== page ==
Newcomer Daniel Kaluuya lost the Best Leading Actor award to Gary Oldman for his role in Darkest Hour.

Get Out was nominated for four Oscars, including Best Original Screenplay, Best Director, Best Leading Actor, and Best Picture.

Jordan Peele snagged the Oscar for Best Original Screenplay but lost out in the Best Director category.

Peele’s win came as a surprise after recent reports said older Oscar voters dismissed the Jordan Peele directed film and refused to even watch it. Fans were also outraged at the film’s treatment. At last year’s Golden Globes it was nominated in the comedy category.

–Black child called racial slur and spat on by firefighter at Hooters–

Even with the lack of Hollywood support, the movie smashed box office expectations. It became the highest grossing film for an original screenplay. And, on a $4.6 million budget to make, Get Out made $34 million in its opening weekend and Peele took honor of becoming the first African American writer-director to earn $100 million in his debut film. 

While he didn’t snag an Oscar this year, fans are still enjoying Daniel Kaluuya as W’Kabi in Black Panther

Get Out makes waves

Get Out, which has already garnered wide-ranging praise from critics and fans, tells the story of one black man’s experience navigating racial stereotypes, an interracial relationship and a wild and terrifying trip to meet his girlfriend’s parents.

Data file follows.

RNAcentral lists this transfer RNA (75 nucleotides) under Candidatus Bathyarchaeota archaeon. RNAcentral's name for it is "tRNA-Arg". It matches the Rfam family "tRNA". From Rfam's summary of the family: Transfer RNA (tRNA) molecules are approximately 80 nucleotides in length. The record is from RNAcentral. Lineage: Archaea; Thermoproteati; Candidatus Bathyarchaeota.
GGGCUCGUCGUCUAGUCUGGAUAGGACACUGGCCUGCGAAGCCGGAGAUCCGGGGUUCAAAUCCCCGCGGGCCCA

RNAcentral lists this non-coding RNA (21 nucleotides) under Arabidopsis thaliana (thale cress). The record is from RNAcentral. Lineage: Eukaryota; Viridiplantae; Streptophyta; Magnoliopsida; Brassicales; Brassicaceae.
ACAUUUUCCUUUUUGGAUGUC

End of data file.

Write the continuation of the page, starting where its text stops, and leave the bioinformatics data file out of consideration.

Peele says he didn’t think Get Out would ever make it to the big screen because it was too “out there.”

–President Trump says Rep. Maxine Waters needs ‘an IQ test’ at Gridiron dinner, she responds

“I thought it was my favorite movie that I hadn’t seen, so it was really fun to write,” Jordan Peele concedes. “But now that it has turned this corner and it seems to be relevant in even a more special way than it was originally intended… I feel like ‘Ok, now I can go do these other movies I want to do,’ and people will be paying attention.”

Peele tells us he doesn’t have plans for a sequel to Get Out, though his ‘racism is a franchise’ quip is certainly true. Instead, Peele is developing four other “social thrillers” he plans on rolling out over the course of the next decade.

“This movie was meant to give horror audiences but also black horror audiences some representation,” Peele says. “And a lot of I think what has ended up being fun about this movie and sort of a release is that it looks at racism in a kind of a new way. And it does, it gives us a hero in this real life horror.”